SuperData defends Fortnite figures following Epic criticisms

SuperData defends Fortnite figures following Epic criticisms

Research firm SuperData has stood by the methods it used to claim that Fortnite spending had reached a two-year low.

Speaking to, the company has said it has "a proven methodology and validation process" for gathering its data. In its January 2020 monthly global digital spending report, the firm said that spending in Fortnite had been steadily declining and hit their lowest level since November 2017.

In a statement, also to, Epic had questioned the methods that SuperData uses, apparently not in reference to the January 2020 but also... the timing says it is entirely about that report.

"SuperData does not and has not ever had access to Epic's Fortnite revenue data, and SuperData's reports do not accurately reflect Fortnite's performance," Epic said.

"We are disappointed that SuperData has repeatedly published wildly inaccurate reports about Fortnite based on what we believe is questionable methodology.

"While we do not and have not publicly shared revenue numbers for Fortnite, we will say that SuperData's reports do not align with reality."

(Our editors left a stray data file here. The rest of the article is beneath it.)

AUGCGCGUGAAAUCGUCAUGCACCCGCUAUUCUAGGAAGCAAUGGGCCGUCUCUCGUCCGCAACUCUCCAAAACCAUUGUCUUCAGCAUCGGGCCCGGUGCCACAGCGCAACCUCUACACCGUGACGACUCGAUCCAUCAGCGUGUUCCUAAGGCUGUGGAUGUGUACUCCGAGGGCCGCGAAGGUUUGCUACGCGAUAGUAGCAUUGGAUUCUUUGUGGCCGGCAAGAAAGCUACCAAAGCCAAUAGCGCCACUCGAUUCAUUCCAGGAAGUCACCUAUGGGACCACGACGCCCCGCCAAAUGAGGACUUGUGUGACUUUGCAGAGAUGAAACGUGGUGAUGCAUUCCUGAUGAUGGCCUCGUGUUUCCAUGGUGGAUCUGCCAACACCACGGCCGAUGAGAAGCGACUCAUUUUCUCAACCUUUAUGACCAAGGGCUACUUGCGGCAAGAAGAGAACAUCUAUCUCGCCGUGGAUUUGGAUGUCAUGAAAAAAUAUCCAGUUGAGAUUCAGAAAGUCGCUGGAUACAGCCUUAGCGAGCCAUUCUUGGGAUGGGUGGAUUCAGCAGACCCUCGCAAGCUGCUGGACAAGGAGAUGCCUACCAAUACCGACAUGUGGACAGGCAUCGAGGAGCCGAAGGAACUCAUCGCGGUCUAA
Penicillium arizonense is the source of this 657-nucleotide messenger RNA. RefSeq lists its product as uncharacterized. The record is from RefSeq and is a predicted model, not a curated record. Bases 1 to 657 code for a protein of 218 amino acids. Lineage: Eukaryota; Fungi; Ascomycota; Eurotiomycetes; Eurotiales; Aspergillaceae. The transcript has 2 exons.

While we don't know whether SuperData's stats are entirely correct, it has been some time since Epic gave an update as to how many people were playing Fortnite. The last milestone announcement was at the end of 2018, when Epic revealed the free-to-play battle royale title had 250m users.

Not that that means that the game has seen a dip in users or spending, but surely if those metrics were on the rise you'd want to shout about them.

PCGamesInsider Contributing Editor

Alex Calvin is a freelance journalist who writes about the business of games. He started out at UK trade paper MCV in 2013 and left as deputy editor over three years later. In June 2017, he joined Steel Media as the editor for new site In October 2019 he left this full-time position at the company but still contributes to the site on a daily basis. He has also written for, VGC, Games London, The Observer/Guardian and Esquire UK.